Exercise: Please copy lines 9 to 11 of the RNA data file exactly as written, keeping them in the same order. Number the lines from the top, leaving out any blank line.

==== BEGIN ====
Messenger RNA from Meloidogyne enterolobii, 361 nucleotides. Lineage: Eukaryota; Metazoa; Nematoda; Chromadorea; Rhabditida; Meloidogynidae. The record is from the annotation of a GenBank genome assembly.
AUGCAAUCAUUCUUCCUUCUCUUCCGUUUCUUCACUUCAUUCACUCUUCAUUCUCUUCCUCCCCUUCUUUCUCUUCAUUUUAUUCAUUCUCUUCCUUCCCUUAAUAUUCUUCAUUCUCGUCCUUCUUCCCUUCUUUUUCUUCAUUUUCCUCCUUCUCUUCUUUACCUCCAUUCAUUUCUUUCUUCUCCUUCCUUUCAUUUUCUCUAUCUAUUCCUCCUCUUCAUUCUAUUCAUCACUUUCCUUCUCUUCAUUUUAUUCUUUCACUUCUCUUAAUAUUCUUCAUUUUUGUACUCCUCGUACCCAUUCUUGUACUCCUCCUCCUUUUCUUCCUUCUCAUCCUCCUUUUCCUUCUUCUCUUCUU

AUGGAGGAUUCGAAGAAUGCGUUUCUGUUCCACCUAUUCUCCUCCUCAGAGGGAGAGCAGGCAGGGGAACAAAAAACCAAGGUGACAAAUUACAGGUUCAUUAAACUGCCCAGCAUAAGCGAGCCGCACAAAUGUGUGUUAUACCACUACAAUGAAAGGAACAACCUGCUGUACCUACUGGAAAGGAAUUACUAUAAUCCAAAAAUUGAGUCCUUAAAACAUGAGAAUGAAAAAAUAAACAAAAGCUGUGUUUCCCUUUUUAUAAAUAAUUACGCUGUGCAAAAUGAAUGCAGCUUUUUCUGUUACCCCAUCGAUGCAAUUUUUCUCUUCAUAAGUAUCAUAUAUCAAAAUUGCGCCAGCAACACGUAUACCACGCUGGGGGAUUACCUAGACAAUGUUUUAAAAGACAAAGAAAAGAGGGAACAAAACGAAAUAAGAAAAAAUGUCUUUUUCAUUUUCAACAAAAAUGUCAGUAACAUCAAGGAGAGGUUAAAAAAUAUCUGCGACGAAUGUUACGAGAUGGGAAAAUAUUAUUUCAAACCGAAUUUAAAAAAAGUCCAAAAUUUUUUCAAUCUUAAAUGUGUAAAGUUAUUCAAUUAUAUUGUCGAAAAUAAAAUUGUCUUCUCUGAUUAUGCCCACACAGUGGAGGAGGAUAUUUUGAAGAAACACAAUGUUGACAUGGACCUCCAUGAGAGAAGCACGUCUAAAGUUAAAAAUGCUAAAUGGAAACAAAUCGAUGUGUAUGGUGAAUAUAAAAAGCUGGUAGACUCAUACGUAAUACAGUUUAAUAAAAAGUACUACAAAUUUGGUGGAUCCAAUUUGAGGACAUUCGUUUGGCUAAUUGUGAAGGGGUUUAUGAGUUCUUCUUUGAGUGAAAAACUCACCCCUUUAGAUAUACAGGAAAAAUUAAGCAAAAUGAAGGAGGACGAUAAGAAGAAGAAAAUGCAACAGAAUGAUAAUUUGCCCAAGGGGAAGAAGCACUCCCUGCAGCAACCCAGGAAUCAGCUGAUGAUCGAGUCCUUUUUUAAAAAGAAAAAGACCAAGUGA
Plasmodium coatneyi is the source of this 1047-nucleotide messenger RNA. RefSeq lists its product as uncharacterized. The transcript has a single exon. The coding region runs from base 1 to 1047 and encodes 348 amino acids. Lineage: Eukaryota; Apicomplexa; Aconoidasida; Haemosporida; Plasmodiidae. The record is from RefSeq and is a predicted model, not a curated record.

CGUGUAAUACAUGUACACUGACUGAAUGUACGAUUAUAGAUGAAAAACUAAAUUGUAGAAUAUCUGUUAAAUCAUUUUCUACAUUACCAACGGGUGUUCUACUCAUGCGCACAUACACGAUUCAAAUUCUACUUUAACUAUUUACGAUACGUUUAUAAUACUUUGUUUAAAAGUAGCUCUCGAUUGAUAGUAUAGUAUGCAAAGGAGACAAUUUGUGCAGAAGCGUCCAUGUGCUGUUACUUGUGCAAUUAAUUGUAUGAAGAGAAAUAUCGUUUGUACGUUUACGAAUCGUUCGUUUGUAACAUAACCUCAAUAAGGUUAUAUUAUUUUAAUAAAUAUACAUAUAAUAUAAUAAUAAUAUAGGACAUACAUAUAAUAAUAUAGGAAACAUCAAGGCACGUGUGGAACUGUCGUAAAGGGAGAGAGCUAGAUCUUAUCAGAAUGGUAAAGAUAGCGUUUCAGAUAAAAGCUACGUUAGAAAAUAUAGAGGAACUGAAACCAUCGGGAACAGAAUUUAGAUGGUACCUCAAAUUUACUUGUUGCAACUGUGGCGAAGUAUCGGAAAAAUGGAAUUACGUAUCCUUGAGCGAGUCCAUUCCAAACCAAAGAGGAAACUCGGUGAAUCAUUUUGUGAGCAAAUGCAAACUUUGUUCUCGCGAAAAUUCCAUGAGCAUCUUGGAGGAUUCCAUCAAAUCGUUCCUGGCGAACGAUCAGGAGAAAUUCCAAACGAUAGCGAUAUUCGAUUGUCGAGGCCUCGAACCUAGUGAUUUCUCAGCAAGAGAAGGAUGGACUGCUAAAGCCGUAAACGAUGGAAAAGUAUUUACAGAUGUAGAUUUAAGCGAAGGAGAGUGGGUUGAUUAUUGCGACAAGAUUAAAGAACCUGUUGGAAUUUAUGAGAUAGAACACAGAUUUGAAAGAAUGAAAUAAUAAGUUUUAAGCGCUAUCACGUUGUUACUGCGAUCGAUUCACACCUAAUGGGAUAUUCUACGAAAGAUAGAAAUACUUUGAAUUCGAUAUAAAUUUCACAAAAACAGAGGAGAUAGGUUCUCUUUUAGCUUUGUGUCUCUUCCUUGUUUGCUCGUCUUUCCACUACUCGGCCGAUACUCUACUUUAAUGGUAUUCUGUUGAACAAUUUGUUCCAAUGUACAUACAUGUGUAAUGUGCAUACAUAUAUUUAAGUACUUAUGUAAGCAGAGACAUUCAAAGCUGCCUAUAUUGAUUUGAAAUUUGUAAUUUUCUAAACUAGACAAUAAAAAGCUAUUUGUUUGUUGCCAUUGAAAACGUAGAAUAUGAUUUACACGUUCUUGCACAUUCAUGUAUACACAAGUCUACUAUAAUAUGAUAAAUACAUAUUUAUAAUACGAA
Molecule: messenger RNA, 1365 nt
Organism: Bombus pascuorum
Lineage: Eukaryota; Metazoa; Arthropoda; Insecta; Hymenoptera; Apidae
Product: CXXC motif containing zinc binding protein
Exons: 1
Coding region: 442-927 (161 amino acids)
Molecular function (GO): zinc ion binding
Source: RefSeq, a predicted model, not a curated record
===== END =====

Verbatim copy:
Product: CXXC motif containing zinc binding protein
Exons: 1
Coding region: 442-927 (161 amino acids)